Two stories about water jumped out of the news this week, one possibly as a solution to the other if anyone makes the connection.
On Monday, Tom Meersman at the Star Tribune reported that the wave of ethanol plants in Minnesota may suck up groundwater at an alarming rate.
The issue was brought into focus last year in Granite Falls, where an ethanol plant in its first year of operations depleted the groundwater so much that it had to begin pumping water from the Minnesota River.
It takes between four and five gallons of water to produce a gallon of ethanol at a biofuel plant, and with 17 ethanol plants now operating in the state, six under construction and 10 more proposed or in the planning stages, the threat of more drains on underground water are rising.
That story came just a few days after this one from Slate Magazine: The dedication of The Groundwater Replenishment System in Orange County, Calif., which takes toilet water, cleans it up, and pipes it to lakes, where it seeps through the ground, only to end up coming out of the tap again.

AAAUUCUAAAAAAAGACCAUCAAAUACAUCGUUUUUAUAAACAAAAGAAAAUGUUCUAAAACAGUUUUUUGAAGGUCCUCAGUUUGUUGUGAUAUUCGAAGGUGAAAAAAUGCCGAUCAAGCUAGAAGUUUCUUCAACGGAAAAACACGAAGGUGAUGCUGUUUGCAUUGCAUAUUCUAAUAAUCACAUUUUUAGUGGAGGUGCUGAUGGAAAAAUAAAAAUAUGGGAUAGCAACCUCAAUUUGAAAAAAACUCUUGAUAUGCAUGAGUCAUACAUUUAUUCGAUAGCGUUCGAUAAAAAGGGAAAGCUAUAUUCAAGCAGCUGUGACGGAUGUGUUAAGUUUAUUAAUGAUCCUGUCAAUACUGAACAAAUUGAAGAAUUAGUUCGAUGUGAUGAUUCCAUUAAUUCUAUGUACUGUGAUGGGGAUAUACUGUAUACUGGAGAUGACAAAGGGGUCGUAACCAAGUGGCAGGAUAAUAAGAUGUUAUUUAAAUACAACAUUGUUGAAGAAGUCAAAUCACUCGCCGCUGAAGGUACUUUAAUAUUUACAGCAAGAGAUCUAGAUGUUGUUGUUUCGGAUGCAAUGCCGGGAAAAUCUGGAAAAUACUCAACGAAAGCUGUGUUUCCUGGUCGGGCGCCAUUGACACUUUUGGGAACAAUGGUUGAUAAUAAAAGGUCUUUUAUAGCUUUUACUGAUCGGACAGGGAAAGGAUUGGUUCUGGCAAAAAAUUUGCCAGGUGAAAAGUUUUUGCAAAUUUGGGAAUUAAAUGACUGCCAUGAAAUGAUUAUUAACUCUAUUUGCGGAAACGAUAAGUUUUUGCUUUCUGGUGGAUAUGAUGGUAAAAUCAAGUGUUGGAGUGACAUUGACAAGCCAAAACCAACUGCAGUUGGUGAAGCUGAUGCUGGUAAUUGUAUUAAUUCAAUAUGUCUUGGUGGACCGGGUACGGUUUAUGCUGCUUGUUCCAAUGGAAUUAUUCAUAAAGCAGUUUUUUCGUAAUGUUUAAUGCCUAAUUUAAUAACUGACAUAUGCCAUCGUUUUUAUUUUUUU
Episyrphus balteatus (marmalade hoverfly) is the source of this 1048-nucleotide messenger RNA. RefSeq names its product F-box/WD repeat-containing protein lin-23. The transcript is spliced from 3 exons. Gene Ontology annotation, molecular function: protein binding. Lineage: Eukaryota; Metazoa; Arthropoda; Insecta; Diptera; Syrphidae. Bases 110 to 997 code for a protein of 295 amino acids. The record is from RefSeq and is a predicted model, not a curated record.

It’s a smart idea, one of the most reliable and affordable hedges against water shortages, and it’s not new. For decades, cities throughout the United States have used recycled wastewater for nonpotable needs, like agriculture and landscaping; because the technology already exists, the move to potable uses seems a no-brainer. But the Orange County project is the exception. Studies show that the public hasn’t yet warmed to the notion of indirect potable reuse (IPR)—or “toilet-to-tap,” as its opponents would have it.
You folks with septic systems may recognize the process, described in even greater detail last November by the New York Times.
The article says a similar plan for Los Angeles was shut down because people said they didn’t want to drink toilet water.
(Photo by Ian Waldie/Getty Images)